Many refugees call Duval County home

Many refugees call Duval County home

Many refugees from all over the world are living their American dream right here in Duval County.
       
Tuesday is World Refugee Day. It's a day dedicated to raising awareness of the plight of refugees throughout the globe.

First Coast News spent the evening with a local refugee family from the Congo in Africa.
      
The family said refugees are not looking for a handout; they are searching for a future.

Mukamuvara Umamariya sat alongside three of her eight children. Her husband Habimana Francosi was away at work.

Umamariya doesn't speak much English, so her 13-year-old daughter, Ingabir, helped her communicate.

More than 20 years ago, Umamariya and her husband fled their war torn home in the Congo with four small children, all under the age of five; the youngest was just two-months-old.

"They were so scared," Ingabir translated.

The family fled to Rwanda, where they lived in a refugee camp, void of basic necessities, including water.

So, they had to walk four hours to quench their thirst.

Angelique, a petite, soft-spoken woman, recalls walking, along with her younger sister, Diane, for clean water.

"You have to put it on your head and your back," Angelique said.

Her 10-year-old brother, Daniel, didn't have to help fetch the water but he did have to wait for his sisters to return.

"It was so hard. Everyday we got thirsty," Daniel said.

After living at the refugee camp for 20 years, the family of eight, was granted asylum and resettled in an apartment in Jacksonville. That was three years ago. It was also the first time the family saw running water.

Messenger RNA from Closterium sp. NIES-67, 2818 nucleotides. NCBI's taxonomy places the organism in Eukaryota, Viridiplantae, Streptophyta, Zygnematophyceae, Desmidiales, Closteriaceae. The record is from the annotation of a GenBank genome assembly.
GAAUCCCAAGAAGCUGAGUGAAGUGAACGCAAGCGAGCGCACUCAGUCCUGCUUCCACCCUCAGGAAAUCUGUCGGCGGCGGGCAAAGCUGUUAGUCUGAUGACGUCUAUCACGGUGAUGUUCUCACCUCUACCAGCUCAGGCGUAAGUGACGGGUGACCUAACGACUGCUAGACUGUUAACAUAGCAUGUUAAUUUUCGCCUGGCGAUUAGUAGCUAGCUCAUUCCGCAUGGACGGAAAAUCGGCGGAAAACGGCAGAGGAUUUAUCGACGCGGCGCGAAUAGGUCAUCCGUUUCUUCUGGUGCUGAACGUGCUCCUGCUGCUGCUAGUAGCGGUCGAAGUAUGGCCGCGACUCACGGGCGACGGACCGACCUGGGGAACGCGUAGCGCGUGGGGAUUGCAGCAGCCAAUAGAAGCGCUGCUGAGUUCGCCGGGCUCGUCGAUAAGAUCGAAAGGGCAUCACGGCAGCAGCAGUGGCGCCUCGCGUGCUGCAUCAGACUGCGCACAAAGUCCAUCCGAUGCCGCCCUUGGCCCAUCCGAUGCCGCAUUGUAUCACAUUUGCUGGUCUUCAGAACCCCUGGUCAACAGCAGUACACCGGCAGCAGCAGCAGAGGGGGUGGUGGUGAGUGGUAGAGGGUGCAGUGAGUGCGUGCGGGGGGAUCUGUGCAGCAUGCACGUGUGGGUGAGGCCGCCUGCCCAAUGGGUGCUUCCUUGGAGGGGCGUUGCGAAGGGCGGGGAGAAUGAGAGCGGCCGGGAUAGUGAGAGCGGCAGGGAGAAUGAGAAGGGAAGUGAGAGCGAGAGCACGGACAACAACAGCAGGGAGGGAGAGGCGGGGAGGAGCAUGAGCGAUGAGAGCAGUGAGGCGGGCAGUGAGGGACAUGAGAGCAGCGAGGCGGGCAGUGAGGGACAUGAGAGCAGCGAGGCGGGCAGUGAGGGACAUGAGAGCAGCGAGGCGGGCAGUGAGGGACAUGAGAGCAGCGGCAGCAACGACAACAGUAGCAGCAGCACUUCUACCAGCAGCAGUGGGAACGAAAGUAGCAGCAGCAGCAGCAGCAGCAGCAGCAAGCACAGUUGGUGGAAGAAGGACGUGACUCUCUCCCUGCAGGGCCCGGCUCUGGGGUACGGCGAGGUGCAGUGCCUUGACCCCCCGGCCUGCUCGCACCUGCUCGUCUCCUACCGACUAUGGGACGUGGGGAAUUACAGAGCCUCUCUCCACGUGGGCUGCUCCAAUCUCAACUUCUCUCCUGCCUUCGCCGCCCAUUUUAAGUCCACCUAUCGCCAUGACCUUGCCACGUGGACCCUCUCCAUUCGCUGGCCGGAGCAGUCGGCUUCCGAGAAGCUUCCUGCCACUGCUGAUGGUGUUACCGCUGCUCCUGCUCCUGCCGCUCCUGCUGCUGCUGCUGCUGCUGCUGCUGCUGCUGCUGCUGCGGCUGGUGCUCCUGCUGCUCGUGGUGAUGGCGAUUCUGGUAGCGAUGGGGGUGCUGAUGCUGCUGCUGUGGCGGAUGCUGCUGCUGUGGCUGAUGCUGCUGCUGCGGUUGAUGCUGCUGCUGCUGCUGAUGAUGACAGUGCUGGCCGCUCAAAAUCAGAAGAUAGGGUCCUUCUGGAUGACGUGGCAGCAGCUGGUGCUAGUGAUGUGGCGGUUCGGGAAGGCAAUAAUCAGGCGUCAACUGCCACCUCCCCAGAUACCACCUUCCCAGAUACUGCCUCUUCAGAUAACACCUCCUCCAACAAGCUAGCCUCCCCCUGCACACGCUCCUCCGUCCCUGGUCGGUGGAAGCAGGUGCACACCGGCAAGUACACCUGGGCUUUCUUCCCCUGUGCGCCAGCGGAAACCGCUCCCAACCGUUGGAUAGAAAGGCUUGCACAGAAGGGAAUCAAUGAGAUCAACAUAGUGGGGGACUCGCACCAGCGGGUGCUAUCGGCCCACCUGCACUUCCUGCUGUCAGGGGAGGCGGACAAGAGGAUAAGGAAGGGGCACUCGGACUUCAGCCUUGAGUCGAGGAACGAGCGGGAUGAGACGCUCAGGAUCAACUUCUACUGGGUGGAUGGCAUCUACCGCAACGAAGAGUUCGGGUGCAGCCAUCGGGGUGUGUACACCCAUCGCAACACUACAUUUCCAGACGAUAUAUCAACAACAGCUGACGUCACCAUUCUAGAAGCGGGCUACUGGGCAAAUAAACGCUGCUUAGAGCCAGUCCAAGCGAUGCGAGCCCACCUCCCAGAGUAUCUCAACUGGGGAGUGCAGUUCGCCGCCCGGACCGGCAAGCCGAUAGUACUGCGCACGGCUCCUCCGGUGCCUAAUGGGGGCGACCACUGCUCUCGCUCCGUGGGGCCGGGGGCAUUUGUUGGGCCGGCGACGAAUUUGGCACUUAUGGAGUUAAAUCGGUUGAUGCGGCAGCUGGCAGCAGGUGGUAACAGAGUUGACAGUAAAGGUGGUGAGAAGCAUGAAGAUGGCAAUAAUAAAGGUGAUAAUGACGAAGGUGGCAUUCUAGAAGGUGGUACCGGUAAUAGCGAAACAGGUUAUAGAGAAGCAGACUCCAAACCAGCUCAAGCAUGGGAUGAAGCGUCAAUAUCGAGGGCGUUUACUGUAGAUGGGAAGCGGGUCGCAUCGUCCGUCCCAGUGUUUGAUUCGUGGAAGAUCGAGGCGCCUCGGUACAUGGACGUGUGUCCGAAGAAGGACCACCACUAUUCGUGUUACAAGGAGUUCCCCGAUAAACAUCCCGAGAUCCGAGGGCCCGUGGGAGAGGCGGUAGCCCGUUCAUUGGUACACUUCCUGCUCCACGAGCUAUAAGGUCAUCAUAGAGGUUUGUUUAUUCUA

"It's like magic," Angelique said.

The family said life is different now. They are being assisted with resettlement by Lutheran Social Services of Northeast Florida and Natalie Holland, a 20-year-old University of North Florida graduate, who has become part of the family.
           
"I love being with them and helping with homework," Holland said.

Lutheran Social Services helped their father and older brother find jobs. The non-profit, funded by federal dollars and donations, also assists refugees from all over the world with housing, education including English classes, and medical resources, just to name a few.

Holland, a Jacksonville native, said refugees are not the enemy.

"They are just like us. They want to be happy, healthy and safe," Holland said.

Not everyone shares that opinion. These are turbulent times for refugees seeking safety in America.

Umamariya has two older children still living in the refugee camp in Rwanda.

Daniel, who enjoys riding bikes he didn't have access to before, said he hopes his family will one day be reunited.

"Because everybody is a person. They have the same heart ... and same blood too," Daniel said.

The children all hope to go to college and become doctors, a nurse, professional soccer player, and an actress.
         
To learn more about Lutheran Social Services, click here.

© 2017 WTLV-TV


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